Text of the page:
Improving Staff Morale in The Workplace

There are many ways in which an employer can motivate their workforce and boost morale. Creating a positive workplace with a strong sense of team improves productivity. It will also reduce sick days and result in higher staff retention rates. Our guide looks at improving staff morale in the workplace and offers some ideas on how this can be done.

Reasons to Boost Morale at Work

It only takes a couple of people to start showing signs of low morale and it can then spread throughout the whole workforce.

That means it’s important for employers try to cultivate an environment which rewards performance, improves morale and in a setting which people feel comfortable working in.


How to Improve Staff Morale

There are many ways that an employer can look to improve staff morale, and create a more positive workplace.

These do not have to be things which have any cost attached. A little thought, and policies can be put in place which can create a big boost to staff morale.


Encouraging Open Communication

Many companies suffer due to a feeling of an “”us” and “them”” culture between the management and the workforce.

If workers feel there is a line between themselves and management, they will often become resentful. That means it’s important to have regular meetings between management and members of staff.

This gives an opportunity to discuss any new developments that may affect the workers. It also allows workers to express any opinions or problems that they might have with the work and how it is done.

Meetings should take place on a regular basis. However, an employer should also encourage an ‘open-door’ policy so that workers have access to management any time they choose.

Fostering better communication amongst all staff can help prevent negative issues like office politics. This can significantly reduce staff morale, and create a poor working atmosphere.


Staff Training Programs

Some jobs require more training than others. But not having recognised workplace training available to all workers is one of the factors that workers often cite in their decision to leave a job.

By offering training, they feel more valued, and it also allows them to increase their skills for career progression. This practice makes long-term staff retention far easier.


Consider Work Life Balance

Many employers tend to overlook the fact that their workers are people first and ‘staff’ second. They can forget that their workforce will have other commitments outside of work.

Offering things like Flexible Working patterns, Working From Home, crèches, and gym access can boost your company image and make you seem attractive to work for.

As a result, your workers are likely to reward you in return with increases in their level of performance or productivity. Your workplace will seem a much happier and motivated place to work in.


Teambuilding Exercises

The dynamic between work colleagues is often at the centre of a successful workforce.

It only takes one or two demotivated staff to bring the whole team down and affect morale. With this in mind, Team Building Exercises are a good way of making sure this doesn’t happen.

They can be fun days out too. Go-karting, paintball games, ropes courses, a night at the pub or a good meal all make a welcome break from the traditional working day.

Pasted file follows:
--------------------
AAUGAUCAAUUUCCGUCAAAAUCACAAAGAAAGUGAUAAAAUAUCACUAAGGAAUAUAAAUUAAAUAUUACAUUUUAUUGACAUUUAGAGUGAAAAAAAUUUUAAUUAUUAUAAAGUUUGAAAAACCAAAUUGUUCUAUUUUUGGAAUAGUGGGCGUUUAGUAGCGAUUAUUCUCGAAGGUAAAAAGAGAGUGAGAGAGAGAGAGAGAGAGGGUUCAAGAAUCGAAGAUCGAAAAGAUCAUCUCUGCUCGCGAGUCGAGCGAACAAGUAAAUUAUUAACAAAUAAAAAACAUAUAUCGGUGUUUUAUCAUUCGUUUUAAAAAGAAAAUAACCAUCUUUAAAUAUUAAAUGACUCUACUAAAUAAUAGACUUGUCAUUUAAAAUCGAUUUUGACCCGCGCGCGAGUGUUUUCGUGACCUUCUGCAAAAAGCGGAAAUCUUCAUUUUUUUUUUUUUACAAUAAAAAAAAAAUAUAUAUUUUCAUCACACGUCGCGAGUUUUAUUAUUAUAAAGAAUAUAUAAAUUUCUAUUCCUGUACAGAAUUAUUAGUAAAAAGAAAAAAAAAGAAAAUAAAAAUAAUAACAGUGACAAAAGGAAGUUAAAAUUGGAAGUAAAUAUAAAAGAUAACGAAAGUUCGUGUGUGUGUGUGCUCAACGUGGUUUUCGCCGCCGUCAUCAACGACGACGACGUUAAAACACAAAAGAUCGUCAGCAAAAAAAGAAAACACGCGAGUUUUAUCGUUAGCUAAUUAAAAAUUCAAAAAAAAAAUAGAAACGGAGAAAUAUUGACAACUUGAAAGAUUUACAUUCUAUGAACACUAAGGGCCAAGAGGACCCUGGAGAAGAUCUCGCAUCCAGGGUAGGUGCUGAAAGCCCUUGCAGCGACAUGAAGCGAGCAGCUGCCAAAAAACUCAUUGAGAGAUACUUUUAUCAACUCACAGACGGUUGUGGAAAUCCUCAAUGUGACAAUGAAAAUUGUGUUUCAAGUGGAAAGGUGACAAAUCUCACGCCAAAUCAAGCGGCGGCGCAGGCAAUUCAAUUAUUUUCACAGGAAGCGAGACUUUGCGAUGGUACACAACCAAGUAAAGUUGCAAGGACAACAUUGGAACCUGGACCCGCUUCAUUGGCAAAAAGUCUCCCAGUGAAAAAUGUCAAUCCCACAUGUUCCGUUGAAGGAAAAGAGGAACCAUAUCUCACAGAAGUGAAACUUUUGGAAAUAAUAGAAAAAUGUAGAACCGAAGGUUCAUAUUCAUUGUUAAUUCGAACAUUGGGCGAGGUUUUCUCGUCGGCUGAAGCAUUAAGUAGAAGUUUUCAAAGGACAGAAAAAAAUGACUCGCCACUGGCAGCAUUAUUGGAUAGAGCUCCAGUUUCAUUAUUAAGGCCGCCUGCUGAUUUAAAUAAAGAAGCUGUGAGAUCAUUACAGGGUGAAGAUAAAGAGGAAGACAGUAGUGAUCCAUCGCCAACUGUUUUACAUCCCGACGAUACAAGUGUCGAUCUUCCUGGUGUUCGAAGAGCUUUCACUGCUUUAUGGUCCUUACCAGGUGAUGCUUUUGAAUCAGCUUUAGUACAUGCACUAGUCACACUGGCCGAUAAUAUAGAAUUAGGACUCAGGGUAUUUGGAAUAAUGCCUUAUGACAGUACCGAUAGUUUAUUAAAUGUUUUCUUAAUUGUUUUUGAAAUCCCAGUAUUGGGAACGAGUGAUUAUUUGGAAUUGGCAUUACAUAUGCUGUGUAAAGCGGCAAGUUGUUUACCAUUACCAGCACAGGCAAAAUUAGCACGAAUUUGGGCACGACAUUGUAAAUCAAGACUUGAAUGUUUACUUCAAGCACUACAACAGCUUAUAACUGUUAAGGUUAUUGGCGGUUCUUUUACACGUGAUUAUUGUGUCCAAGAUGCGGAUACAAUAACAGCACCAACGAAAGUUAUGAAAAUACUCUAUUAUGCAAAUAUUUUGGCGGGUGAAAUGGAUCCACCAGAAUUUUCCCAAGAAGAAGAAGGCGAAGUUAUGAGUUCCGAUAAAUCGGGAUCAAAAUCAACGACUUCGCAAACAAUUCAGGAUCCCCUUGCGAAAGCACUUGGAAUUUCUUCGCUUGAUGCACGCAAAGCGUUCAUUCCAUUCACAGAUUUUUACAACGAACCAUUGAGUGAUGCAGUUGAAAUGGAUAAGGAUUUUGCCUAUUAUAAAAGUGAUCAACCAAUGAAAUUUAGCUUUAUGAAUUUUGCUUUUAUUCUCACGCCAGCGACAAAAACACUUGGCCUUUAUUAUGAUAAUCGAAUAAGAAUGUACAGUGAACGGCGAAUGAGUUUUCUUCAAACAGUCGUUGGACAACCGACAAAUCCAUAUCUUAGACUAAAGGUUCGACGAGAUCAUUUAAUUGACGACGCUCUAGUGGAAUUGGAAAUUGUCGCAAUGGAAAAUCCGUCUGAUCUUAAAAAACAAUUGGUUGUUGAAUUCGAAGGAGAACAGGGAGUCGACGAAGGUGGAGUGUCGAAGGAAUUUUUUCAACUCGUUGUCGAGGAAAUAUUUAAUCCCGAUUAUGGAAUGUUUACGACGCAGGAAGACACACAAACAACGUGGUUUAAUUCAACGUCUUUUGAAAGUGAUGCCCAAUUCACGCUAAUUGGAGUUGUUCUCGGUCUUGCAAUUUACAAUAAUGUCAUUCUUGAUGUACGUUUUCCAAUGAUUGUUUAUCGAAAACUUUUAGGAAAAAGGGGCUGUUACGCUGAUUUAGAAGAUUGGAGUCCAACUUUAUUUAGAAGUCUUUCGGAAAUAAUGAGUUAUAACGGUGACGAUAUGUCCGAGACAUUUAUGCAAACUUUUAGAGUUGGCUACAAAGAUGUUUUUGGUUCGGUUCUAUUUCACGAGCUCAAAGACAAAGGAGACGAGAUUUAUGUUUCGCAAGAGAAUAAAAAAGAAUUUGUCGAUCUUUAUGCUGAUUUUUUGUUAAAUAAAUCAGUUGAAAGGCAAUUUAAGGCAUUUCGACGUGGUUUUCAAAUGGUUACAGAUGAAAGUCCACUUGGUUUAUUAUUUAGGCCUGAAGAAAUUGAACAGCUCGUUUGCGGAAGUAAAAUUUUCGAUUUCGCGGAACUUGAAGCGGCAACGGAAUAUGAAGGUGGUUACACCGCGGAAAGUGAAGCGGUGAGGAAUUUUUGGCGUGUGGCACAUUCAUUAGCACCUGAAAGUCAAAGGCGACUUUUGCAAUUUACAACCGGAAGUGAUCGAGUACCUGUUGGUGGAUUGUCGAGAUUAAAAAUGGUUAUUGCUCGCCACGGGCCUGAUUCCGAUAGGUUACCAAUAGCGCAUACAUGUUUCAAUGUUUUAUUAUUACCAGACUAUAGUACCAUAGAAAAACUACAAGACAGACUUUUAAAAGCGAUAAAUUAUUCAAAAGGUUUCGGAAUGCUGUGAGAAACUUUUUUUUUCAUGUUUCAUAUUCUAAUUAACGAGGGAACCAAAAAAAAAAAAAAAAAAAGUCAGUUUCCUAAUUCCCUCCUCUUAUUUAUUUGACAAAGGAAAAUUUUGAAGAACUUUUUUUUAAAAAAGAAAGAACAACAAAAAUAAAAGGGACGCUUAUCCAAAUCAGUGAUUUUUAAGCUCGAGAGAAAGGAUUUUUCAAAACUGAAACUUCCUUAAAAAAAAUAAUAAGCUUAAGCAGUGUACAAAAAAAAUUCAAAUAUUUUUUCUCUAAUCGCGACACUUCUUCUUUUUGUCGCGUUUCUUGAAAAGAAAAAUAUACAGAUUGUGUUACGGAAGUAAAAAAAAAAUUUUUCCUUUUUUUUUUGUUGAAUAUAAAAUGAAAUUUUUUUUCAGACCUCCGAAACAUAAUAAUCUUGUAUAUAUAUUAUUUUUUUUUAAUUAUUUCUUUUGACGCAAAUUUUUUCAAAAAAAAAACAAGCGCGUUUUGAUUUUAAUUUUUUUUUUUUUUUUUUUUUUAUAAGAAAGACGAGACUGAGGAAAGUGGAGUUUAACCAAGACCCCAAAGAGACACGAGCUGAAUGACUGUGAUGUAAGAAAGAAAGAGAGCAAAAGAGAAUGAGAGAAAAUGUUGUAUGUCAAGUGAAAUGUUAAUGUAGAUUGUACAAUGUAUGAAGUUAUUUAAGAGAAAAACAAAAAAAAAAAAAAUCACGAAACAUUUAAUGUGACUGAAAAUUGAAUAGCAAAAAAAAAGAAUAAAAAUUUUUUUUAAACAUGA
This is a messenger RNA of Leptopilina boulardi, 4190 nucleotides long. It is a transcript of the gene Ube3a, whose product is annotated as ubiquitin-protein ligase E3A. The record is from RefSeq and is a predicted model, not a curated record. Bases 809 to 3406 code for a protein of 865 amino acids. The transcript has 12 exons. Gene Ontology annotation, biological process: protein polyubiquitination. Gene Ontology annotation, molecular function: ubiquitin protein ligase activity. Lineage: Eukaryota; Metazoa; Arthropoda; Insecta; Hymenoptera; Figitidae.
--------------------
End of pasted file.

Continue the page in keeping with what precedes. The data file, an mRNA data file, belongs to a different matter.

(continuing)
Doing this type of activity from time to time usually results in better team bonding and performance.


Recognition Schemes

If we’’ve done well at work, we all appreciate a pat on the back from our manager or employer. This is always good for morale.

However, by having a recognition scheme, it allows our peers to acknowledge our achievements. This make a worker feel even more valued. It also creates an environment in which others can aspire to achieve recognition too.


Suggestion Schemes

Workers often feel more of a kinship with their workplace if they are able to have some kind of input.

Suggestion schemes let workers come up with ideas that might improve the way in which a company is run. This can often flag something which the management team might have overlooked.

If implemented, the suggestion will then benefit both the workforce themselves, e.g. it could make their work easier and it will benefit the employer too, in staff morale improvements, and perhaps financial savings.


Rewards & Bonuses

We all go to work to earn money, yet it should be remembered that money and the potential to earn more via incentives, bonus payments, commissions is not always at the top of our lists of things we seek in an employer.

Balancing work and personal commitments, opportunities for career progression will often far outweigh money a lot of the time and employer’s should remember this.

Obviously, certain professions such as sales rely heavily on financial incentives to motivate the sales force but if you do decide you’’re in need of improving staff morale, don’t consider money even near the top of your options. You could find it doesn’t improve things much and, in some cases, can actually cause resentment.

One of the best ways of finding out how to boost staff morale if you are an employer is to speak to your staff first. Getting some feedback from them will usually show you the kinds of schemes or incentive programs you might wish to consider introducing to boost staff morale and increase motivation.

Further Reading

Our guide on creating peace & harmony in the workplace has more insight into improving morale.

Leave a Reply

Your email address will not be published.